No longer able to handle mounting criticism, U.S. President Barack Obama has announced a road map to fight the Islamic State of Iraq and al-Sham (ISIS) on Wednesday, Sept. 10. His speech signaled that prolonged military action will be necessary to restore some order to the Middle East, which will involve the formation of a U.S.-led international coalition but with no American boots on the ground. The Obama administration's strategy to weaken and eventually neutralize ISIS consists of two initial stages. The first step was the formation of the Haider al-Abadi government in Baghdad to reach out to the Sunni population, which took place on Sept. 8. The second and final stage will feature a broad, multi-national core coalition whose four-stage strategy, Obama just announced to the American people and the rest of the world.
The first part of the coalition plan involves coordinated airstrikes against ISIS targets in order to allow the Iraqi military to advance deeper into ISIS-controlled territory. Although the U.S. military can conduct over 150 airstrikes per day future attacks will be more systematic and better coordinated. Secondly, U.S. military experts will provide training, intelligence and equipment to members of the Iraqi army and Kurdish peshmerga forces. At the same time, ISIS targets in Syrian will be targeted through airstrikes with an eye on assisting Syrian rebels and not further empowering the Bashar al-Assad regime. The third component will require the U.S. government and its allies to eliminate the organization's financial resources and prevent ISIS from recruiting foreign fighters. A meeting will be held at the U.N. Security Council to discuss these issues. The fourth and final component of Obama's strategy will entail continued humanitarian aid to the civilian population on the ground.
It appears that the public debate following Obama's historic speech will revolve around each country's contribution to the war effort. Although Obama mentioned the need for U.S. leadership in his address, Washington nonetheless expects Sunni governments and the people of Iraq to shoulder the burden in the fight against ISIS militants. After all, Obama has long strived to pull out of Iraq and Afghanistan and does not wish to drag his country into another lengthy and costly war. The U.S., however, bears primary responsibility with regard to the rise of ISIS as a security threat to the region and elsewhere. The Obama administration turned a blind eye to Turkey's repeated warnings about Bashar al-Assad. Let us also remember that Obama refused to arm the Syrian opposition just two years ago citing the risk of extremists getting their hands on U.S. weapons. Today, ISIS controls a significant chunk of the U.S.-sponsored arsenal of the Iraqi military and the American people are being told that ISIS represents a more serious threat than al-Qaida. Still, the U.S. government is relying on regional powers to fight ISIS. Saudi Arabia, Turkey and, to some extent, Iran have already agreed on defeating ISIS forces.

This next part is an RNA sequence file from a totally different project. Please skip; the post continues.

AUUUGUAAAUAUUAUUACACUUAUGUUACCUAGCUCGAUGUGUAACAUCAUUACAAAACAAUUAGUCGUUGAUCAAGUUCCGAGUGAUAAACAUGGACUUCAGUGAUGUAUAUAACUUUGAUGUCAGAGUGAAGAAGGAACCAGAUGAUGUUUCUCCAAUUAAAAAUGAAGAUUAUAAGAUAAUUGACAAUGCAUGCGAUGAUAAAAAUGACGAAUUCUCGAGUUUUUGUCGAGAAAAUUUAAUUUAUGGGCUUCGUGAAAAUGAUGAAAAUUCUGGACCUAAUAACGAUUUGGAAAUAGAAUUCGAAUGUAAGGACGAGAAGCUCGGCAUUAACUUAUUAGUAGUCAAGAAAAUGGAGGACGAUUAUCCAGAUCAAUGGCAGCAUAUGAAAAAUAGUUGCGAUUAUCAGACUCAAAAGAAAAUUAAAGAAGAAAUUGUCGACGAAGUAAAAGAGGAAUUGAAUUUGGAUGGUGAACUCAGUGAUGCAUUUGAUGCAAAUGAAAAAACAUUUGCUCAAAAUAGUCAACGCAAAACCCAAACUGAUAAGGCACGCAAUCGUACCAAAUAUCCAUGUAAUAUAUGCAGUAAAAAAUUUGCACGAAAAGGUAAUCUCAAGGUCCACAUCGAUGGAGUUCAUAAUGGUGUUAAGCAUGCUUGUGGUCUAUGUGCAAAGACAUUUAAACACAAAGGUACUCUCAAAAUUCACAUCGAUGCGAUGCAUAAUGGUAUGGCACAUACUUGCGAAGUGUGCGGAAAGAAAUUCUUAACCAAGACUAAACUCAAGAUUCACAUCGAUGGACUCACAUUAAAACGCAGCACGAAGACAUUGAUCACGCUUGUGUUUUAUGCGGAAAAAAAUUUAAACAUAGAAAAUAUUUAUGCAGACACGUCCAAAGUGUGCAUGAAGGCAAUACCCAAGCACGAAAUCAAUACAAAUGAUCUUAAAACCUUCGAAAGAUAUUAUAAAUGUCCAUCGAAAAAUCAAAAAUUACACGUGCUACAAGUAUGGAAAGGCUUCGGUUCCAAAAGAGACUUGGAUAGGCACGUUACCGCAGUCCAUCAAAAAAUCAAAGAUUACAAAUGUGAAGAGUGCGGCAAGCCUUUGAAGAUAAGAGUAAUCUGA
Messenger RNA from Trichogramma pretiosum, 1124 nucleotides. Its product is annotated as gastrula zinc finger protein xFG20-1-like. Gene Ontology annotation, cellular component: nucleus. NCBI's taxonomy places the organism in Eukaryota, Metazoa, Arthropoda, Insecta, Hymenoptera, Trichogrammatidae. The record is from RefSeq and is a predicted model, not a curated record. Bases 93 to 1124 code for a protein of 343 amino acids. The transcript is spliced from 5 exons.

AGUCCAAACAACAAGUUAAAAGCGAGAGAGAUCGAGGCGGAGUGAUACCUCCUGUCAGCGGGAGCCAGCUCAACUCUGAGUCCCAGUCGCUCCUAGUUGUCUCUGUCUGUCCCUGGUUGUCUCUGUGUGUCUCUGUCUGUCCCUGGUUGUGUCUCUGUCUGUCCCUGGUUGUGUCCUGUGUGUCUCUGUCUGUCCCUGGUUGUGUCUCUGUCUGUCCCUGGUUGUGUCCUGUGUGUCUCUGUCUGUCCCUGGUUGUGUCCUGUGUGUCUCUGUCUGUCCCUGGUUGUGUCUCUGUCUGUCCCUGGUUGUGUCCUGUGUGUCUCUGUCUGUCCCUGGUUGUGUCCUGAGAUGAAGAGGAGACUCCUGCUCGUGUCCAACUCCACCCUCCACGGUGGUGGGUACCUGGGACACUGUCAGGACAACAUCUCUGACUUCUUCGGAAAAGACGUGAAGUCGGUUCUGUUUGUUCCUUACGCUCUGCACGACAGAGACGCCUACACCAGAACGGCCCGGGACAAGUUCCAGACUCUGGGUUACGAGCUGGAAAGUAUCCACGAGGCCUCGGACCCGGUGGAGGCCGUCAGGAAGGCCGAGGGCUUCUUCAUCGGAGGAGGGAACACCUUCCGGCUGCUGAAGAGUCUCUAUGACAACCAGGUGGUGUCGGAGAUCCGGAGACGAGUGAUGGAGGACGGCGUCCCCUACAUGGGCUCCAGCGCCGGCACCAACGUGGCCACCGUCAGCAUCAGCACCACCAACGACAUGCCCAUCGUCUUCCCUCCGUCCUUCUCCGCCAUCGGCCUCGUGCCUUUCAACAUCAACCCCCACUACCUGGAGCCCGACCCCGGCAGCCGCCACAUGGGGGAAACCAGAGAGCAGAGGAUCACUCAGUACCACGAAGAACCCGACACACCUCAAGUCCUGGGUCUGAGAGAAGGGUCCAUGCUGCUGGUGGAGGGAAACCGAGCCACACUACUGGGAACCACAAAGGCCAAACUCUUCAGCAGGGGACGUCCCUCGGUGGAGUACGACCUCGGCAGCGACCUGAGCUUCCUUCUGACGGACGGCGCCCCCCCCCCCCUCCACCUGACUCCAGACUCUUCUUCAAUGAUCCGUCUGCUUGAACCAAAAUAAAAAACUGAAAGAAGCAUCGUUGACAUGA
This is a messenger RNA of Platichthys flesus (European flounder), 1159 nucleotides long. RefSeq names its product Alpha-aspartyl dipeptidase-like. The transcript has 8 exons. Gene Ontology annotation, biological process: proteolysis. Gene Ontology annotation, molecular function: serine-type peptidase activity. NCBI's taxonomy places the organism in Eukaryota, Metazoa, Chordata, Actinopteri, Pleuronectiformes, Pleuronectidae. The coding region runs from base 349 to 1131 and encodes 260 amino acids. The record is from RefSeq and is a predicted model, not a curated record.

In the future, it will be difficult for the U.S. to reconcile the national interests of these three countries. After all, a stronger Assad regime would probably be a problem for Saudi Arabia and Turkey, but Iranian authorities might rejoice about such a possibility. Meanwhile, the elimination of ISIS could make the future of Syria more relevant than before. Although Obama likes to mention his struggle against terrorists in Yemen and Somalia, the upcoming war against ISIS might lead to different outcomes. First and foremost, the Abadi government will have to accumulate enough power to discourage Sunni tribes from joining ISIS fighters. The main question remains: what will happen once ISIS is defeated? Who, in other words, will exercise political power over the territory formerly controlled by ISIS militants? In this sense, there is a serious risk of the predominantly Shiite Iraqi armed forces and Shiite militias targeting the Sunni population to seek revenge.
Obviously, the most critical issue relates to the organization's international recruits, who have joined ISIS to fight a global war and could re-spawn ISIS and cause more bloodshed due to the unending conflict in Syria. Similarly, the organization could abandon its strategy of geographical expansion for the sake of a new road map. It is no secret that fighters carrying Western passports can easily attack European and U.S. targets. And the Obama administration, albeit reluctantly, is embarking on a comprehensive and long-term struggle. Unless a new regional order is put in place, however, to resolve all conflicts including that in Palestine, the struggle might take quite some time indeed.
About the author
Burhanettin Duran is General Coordinator of SETA Foundation and a professor at Social Sciences University of Ankara. He is also a member of Turkish Presidency Security and Foreign Policies Council.